AVAZA, Turkmenistan (Reuters) - Turkmenistan is in talks with the Islamic Development Bank, the Saudi Fund for Development and Japan’s government on financing the construction of a gas pipeline to Afghanistan, Pakistan and India, a project official said on Saturday.
The TAPI pipeline is supposed to carry 33 billion cubic metres (bcm) of gas a year from Turkmenistan’s giant Galkynysh gas field - a project designed to ease the former Soviet state’s dependence on Russia and China.
Turkmenistan, which sits on the world’s fourth-largest gas reserves, started building its section of the link in December. But its partners in the project - the state energy companies of Afghanistan, Pakistan and India - have yet to begin work.
The 1,814-km (1,127-mile) route also faces security challenges - current plans send the underground pipeline through one of Afghanistan’s most violence-wracked provinces, Helmand, where the Taliban insurgents hold sway.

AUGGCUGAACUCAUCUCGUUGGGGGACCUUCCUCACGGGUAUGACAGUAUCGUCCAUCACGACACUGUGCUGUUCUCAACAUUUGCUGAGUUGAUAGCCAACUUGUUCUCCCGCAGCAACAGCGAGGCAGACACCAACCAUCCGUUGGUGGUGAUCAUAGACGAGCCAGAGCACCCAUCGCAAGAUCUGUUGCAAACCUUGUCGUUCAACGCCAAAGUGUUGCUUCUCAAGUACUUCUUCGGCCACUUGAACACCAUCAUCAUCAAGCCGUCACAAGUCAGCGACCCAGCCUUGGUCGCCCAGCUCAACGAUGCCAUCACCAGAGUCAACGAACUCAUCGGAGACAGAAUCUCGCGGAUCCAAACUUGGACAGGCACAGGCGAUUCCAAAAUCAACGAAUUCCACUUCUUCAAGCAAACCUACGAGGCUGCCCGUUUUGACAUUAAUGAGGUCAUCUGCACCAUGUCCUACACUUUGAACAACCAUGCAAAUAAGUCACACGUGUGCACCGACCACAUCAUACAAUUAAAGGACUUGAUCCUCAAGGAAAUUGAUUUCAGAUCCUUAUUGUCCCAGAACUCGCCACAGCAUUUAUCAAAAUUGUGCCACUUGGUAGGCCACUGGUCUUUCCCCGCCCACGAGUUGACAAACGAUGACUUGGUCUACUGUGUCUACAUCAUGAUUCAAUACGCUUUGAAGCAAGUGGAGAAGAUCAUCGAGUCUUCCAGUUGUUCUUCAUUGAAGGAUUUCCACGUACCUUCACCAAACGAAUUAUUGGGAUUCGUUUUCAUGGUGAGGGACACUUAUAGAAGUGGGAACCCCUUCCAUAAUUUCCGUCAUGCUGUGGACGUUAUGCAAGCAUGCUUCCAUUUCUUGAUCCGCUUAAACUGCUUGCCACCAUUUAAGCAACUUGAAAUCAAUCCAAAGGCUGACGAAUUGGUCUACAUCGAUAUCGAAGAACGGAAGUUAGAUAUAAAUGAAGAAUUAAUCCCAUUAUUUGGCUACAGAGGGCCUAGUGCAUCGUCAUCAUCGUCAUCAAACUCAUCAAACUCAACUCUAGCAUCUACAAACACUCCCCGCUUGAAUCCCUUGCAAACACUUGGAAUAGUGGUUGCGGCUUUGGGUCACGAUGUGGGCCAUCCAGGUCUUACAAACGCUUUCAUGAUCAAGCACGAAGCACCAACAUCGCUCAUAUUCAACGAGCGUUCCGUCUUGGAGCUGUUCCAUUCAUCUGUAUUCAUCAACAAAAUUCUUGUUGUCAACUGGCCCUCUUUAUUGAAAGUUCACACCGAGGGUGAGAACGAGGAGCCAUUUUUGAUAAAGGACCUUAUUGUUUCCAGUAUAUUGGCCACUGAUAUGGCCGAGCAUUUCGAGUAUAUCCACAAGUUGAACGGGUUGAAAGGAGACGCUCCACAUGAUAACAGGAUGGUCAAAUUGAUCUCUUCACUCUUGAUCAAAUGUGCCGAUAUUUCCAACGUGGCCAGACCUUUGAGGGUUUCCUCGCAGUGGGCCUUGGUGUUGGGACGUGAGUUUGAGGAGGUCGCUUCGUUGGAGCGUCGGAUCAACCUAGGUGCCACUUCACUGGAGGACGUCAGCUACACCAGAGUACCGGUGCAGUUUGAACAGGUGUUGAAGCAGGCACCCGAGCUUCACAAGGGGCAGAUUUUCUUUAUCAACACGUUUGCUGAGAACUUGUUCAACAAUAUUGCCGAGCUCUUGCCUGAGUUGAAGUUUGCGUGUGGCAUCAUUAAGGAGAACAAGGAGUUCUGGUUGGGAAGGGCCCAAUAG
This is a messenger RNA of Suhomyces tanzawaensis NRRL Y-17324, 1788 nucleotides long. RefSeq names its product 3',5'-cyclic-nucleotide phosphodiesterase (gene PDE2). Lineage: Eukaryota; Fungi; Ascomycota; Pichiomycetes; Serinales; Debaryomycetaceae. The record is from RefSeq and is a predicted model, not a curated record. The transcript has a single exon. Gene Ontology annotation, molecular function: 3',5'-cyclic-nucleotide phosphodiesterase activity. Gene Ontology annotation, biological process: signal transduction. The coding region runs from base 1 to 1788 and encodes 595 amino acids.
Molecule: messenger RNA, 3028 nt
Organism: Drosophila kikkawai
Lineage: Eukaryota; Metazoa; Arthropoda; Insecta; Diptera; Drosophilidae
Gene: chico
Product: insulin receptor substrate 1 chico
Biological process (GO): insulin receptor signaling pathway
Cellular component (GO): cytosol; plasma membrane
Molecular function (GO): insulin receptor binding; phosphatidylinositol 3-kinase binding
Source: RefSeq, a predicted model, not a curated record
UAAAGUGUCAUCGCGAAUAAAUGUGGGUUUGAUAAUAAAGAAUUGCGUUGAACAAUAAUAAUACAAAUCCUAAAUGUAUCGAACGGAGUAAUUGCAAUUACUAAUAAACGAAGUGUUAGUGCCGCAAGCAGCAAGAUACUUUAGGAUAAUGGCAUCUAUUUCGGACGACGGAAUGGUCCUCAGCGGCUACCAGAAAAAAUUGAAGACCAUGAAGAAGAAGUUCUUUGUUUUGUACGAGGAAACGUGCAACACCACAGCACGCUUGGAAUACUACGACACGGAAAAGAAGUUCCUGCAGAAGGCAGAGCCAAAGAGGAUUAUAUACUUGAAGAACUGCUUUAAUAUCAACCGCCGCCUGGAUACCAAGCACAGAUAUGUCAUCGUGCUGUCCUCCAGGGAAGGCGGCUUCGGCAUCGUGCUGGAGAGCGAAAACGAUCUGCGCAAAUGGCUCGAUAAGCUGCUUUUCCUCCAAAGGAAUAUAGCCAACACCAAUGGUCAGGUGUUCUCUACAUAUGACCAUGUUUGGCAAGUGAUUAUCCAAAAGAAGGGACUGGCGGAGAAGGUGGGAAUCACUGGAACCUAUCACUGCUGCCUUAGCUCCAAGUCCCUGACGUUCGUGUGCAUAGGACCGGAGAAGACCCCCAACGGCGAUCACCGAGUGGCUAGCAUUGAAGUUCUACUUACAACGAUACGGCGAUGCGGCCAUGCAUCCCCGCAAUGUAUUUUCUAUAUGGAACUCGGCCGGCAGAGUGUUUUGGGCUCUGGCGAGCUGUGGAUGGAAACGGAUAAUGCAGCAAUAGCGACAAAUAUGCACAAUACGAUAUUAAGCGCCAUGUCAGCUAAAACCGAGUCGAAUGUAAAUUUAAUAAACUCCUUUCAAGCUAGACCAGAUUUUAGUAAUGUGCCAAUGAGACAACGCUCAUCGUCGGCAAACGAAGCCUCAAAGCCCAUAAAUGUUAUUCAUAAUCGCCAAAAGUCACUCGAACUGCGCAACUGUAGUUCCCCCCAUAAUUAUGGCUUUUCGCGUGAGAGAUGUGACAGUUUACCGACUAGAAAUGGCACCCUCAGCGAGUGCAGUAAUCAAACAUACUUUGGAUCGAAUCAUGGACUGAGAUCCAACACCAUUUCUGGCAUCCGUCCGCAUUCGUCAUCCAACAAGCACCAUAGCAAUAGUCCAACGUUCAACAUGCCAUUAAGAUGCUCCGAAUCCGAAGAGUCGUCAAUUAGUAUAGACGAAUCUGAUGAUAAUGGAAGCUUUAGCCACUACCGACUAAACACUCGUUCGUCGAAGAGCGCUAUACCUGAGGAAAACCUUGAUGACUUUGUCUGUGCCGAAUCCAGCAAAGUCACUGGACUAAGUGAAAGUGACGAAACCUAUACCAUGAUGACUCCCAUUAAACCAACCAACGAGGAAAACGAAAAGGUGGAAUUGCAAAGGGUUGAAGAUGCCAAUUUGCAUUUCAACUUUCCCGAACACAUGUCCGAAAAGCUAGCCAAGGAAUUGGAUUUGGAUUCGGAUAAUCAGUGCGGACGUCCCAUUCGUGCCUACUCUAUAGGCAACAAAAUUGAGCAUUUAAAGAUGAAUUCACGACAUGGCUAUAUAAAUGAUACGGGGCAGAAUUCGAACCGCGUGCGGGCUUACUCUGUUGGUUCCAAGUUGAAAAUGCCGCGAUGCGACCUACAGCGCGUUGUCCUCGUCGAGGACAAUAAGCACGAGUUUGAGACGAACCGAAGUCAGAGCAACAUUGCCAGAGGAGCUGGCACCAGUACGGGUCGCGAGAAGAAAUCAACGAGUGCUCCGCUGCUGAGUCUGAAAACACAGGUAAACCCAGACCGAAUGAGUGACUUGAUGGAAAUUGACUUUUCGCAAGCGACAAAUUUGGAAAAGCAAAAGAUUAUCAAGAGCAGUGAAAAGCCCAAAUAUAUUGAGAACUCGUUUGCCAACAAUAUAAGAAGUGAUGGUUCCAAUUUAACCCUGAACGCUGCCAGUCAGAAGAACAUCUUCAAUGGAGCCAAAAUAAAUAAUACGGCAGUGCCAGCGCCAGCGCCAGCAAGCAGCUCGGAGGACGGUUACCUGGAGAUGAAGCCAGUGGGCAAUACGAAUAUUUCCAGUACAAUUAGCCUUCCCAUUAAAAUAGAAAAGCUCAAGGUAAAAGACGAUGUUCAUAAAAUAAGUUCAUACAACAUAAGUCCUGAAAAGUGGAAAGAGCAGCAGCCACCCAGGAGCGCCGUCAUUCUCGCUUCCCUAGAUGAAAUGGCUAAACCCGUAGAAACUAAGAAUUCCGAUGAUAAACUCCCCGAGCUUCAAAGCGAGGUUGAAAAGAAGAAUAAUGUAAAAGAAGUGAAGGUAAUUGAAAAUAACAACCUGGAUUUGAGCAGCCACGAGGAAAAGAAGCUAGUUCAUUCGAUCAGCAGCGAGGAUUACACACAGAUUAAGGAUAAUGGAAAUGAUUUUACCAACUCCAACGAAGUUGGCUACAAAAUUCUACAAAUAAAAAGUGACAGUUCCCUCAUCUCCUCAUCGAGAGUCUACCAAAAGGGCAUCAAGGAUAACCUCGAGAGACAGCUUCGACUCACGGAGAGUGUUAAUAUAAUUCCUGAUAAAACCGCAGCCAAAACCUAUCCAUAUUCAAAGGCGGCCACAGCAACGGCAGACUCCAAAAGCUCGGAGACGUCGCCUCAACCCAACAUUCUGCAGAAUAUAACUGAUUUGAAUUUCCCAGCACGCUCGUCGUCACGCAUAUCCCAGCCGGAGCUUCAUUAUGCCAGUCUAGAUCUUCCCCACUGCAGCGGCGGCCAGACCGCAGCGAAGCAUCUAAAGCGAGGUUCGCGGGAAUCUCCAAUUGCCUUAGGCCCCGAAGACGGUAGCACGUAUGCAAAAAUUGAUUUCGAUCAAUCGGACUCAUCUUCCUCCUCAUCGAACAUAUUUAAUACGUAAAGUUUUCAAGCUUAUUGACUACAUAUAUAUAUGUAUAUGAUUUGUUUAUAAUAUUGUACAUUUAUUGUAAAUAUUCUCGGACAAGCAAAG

“The Islamic Development Bank has expressed interest and readiness to finance the project, not only on Turkmenistan’s territory, but also in Afghanistan and Pakistan,” Muhammetmyrat Amanov of TAPI Pipeline Company Limited told a conference in the Turkmen resort of Avaza.
“We are also working with the Saudi Fund for Development ... We have had meetings with the government of Japan. They have expressed interest,” he said.
Amanov said the project company, controlled by Turkmen state firm Turkmengas, was working on estimating the total cost of the project.
Reporting by Marat Gurt; Writing by Olzhas Auyezov; Editing by Andrew Heavens
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